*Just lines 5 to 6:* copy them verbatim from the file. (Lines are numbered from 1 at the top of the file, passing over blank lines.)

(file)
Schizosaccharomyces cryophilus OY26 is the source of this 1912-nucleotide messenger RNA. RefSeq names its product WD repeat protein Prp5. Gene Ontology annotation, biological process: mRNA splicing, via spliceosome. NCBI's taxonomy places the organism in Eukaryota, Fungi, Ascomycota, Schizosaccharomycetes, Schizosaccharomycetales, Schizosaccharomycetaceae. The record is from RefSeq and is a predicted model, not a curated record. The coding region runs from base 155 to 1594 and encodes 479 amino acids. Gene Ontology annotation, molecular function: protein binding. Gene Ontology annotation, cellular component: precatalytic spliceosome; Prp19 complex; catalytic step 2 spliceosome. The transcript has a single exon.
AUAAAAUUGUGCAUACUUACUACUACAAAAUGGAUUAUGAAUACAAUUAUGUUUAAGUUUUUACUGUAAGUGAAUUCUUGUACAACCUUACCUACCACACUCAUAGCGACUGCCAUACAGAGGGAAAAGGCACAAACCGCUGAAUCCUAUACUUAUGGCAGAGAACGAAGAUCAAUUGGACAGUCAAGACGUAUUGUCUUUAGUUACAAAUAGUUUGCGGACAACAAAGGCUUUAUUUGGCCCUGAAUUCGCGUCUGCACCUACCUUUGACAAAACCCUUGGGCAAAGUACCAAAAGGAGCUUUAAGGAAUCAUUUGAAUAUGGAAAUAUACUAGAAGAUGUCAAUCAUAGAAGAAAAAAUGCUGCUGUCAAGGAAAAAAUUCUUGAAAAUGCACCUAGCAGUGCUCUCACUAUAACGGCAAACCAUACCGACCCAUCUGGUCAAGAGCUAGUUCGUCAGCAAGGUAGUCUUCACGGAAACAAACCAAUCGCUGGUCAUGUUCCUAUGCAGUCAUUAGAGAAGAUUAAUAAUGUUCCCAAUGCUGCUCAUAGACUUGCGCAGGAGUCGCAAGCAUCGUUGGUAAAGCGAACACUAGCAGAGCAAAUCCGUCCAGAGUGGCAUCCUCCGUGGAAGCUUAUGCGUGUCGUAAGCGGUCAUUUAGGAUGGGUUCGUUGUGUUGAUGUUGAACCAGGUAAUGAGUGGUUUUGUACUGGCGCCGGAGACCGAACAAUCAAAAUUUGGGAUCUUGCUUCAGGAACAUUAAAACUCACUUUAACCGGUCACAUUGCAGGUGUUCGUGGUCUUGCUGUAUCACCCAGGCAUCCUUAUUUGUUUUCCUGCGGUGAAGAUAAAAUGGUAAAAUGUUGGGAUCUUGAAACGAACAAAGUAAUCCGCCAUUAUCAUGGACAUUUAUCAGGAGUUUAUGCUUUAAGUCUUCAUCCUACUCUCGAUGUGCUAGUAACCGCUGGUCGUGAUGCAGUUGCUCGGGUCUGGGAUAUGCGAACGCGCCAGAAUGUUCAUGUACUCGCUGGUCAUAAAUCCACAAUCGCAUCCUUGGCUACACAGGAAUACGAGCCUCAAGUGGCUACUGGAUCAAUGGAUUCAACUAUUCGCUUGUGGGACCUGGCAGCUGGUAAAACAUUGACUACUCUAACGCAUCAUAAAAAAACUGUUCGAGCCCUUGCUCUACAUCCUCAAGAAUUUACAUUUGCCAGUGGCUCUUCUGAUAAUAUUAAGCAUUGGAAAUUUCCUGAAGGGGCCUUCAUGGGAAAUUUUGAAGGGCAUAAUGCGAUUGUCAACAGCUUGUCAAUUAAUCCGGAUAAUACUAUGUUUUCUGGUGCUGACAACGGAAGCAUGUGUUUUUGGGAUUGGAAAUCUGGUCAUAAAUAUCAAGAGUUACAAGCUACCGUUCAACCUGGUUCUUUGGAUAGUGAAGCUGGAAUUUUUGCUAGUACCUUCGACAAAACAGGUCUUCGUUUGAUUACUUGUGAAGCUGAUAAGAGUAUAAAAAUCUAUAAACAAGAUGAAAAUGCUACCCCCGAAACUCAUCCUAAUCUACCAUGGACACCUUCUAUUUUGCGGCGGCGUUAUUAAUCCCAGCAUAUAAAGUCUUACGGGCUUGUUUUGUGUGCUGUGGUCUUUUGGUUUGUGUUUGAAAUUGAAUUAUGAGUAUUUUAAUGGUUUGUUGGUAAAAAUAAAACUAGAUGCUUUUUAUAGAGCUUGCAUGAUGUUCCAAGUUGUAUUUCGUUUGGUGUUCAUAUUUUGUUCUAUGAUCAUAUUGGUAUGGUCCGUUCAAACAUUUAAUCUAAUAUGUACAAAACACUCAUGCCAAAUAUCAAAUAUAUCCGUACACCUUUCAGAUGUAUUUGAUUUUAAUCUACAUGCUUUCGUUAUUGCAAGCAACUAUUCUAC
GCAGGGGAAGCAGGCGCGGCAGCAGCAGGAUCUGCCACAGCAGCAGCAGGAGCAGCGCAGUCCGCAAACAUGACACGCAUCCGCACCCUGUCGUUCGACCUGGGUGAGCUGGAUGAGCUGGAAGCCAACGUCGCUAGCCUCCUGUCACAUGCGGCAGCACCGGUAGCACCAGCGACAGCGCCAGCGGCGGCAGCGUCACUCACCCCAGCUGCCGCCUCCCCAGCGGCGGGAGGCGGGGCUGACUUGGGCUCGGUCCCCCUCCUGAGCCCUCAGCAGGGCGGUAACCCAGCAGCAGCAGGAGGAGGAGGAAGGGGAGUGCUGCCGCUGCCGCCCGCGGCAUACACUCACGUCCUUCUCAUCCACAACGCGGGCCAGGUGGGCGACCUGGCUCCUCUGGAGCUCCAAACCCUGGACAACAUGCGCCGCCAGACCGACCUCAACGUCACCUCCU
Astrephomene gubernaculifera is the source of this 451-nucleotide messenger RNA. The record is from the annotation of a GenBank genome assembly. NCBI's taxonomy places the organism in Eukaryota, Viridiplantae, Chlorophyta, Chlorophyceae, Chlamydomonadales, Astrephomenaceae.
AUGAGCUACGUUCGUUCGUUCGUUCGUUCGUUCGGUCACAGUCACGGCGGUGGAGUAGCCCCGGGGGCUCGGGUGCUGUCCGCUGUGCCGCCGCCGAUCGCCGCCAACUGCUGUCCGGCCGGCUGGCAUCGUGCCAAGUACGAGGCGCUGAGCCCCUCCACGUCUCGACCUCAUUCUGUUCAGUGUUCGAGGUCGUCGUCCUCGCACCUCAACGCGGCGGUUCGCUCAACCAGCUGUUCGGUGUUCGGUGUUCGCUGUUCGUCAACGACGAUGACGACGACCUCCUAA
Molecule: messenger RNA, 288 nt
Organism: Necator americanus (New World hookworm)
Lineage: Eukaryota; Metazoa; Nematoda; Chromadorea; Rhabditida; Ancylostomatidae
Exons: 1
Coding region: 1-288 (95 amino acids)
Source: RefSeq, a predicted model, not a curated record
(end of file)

AUGAGCUACGUUCGUUCGUUCGUUCGUUCGUUCGGUCACAGUCACGGCGGUGGAGUAGCCCCGGGGGCUCGGGUGCUGUCCGCUGUGCCGCCGCCGAUCGCCGCCAACUGCUGUCCGGCCGGCUGGCAUCGUGCCAAGUACGAGGCGCUGAGCCCCUCCACGUCUCGACCUCAUUCUGUUCAGUGUUCGAGGUCGUCGUCCUCGCACCUCAACGCGGCGGUUCGCUCAACCAGCUGUUCGGUGUUCGGUGUUCGCUGUUCGUCAACGACGAUGACGACGACCUCCUAA
Molecule: messenger RNA, 288 nt